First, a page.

JPMorgan Chase said Sunday it will pause all PAC contributions for at least the next six months.
“The focus of business leaders, political leaders, civic leaders right now should be on governing and getting help to those who desperately need it most right now,” it told Reuters in a statement. “There will be plenty of time for campaigning later.”
Citi, whose CEO Michael Corbat said he was “disgusted” by the riots, said it will also halt all PAC donations up to April.
Its PAC raised around $740,000 for federal candidates in the 2019-2020 cycle, the Wall Street Journal reported, citing information from the Center for Responsive Politics. This includes a $1,000 donation to the campaign of Sen. Hawley.
“We want you to be assured that we will not support candidates who do not respect the rule of law,” Citi said in an internal memo to employees last week, first reported by Popular Information.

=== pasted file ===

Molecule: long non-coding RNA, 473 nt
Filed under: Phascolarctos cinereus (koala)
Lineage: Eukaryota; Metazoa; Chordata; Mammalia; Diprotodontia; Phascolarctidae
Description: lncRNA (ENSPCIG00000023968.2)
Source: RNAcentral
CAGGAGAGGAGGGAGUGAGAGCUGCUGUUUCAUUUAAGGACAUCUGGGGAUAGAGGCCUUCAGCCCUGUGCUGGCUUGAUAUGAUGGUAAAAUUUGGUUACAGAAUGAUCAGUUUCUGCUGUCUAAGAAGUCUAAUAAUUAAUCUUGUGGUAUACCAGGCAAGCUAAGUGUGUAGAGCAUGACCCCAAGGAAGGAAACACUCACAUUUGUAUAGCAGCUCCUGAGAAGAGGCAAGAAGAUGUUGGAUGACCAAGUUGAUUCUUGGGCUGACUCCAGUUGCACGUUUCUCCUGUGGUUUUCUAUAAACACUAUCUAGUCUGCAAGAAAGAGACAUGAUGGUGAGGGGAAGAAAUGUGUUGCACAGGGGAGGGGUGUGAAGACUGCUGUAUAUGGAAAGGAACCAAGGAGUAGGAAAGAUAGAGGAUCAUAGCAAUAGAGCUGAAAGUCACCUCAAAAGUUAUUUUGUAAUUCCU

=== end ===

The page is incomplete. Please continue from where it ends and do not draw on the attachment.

“We intend to pause our contributions during the quarter as the country goes through the Presidential transition and hopefully emerges from these events stronger and more united.”
3M, the consumer goods conglomerate that makes Post-It Notes and Scotch tape, has reportedly paused all political contributions until March, according to Popular Information.
FedEx, Target, CVS Health, AT&T, and Walmart are among the companies currently reviewing their positions on political contributions, Popular Information reported. Berkshire Hathaway Energy, Ford, and Bank of American told the publication they would review donations on an individual basis.